Panamint City – One of few remaining wooden buildings from the 1920s – 1930s.

 

The winter of 1874 brought good riches to the The Surprise Valley Mill and Mining Company, they made a profit despite shipping their bullion the whole way to Europe for smeltering. This was a big deal considering so many of the remote desert mines couldn’t turn a profit just trying to get their product out of the valley that their mine was located in.

The winter of 1874 saw the two stage lines now servicing the remote city, and the Bank of Panamint opened their doors. The only vehicle in the city was a meat market wagon, which doubled as a hearse. Talk about sanitary conditions!

January of 1875 saw the population swell to 2,000.

June 29, 1875, the Surprise Valley Mill and Water Company’s twenty-stamp mill began operation.  Ore from both the Wyoming and Hemlock mines were processed at the mill, averaging $80 to $100 per ton.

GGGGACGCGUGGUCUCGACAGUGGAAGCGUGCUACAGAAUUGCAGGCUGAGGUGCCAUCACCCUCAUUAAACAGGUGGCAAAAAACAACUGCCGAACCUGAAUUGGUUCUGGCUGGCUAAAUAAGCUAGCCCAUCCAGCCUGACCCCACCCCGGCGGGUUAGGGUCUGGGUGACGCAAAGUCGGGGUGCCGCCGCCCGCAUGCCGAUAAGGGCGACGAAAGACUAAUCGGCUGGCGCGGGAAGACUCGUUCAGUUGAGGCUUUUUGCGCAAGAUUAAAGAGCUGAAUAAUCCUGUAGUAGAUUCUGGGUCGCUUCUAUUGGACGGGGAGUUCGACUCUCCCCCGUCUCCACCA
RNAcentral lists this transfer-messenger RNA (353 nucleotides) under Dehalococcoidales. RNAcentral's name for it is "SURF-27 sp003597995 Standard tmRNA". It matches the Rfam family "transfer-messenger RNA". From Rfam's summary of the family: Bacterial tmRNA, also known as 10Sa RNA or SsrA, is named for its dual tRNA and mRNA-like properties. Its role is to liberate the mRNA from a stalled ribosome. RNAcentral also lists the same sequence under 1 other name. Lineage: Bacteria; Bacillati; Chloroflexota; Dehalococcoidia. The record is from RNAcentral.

In August, William Ralston‘s Bank of California collapsed,  as a result of the combination of the expense of building the Palace Hotel (San Francisco), the failure of his attempt to buy and then resell the Spring Valley Water Company, the after-effects of the Panic of 1873, and a crash in the stock value of the Bank of California. This shattered the Comstock’s Wealth, and shook people’s trust.

The Panamint News ceased publication on October 21st, 1875. By November, rumor was that the Panamint City mines had been played out, and the mass exodus of residents had already began.

 

Panamint City - A look down main street in 1875. Photo courtesy of the National Park Service.

Panamint City – A look down main street in 1875. Photo courtesy of the National Park Service.

 

Panamint City - Same view of Main Street above, but 2014.

Panamint City – Same view of Main Street above, but 2014.

 

On July 24, 1876, a flash flood was reported to have washed away much of the town. There are additional reports that state that it was flash flood in 1901.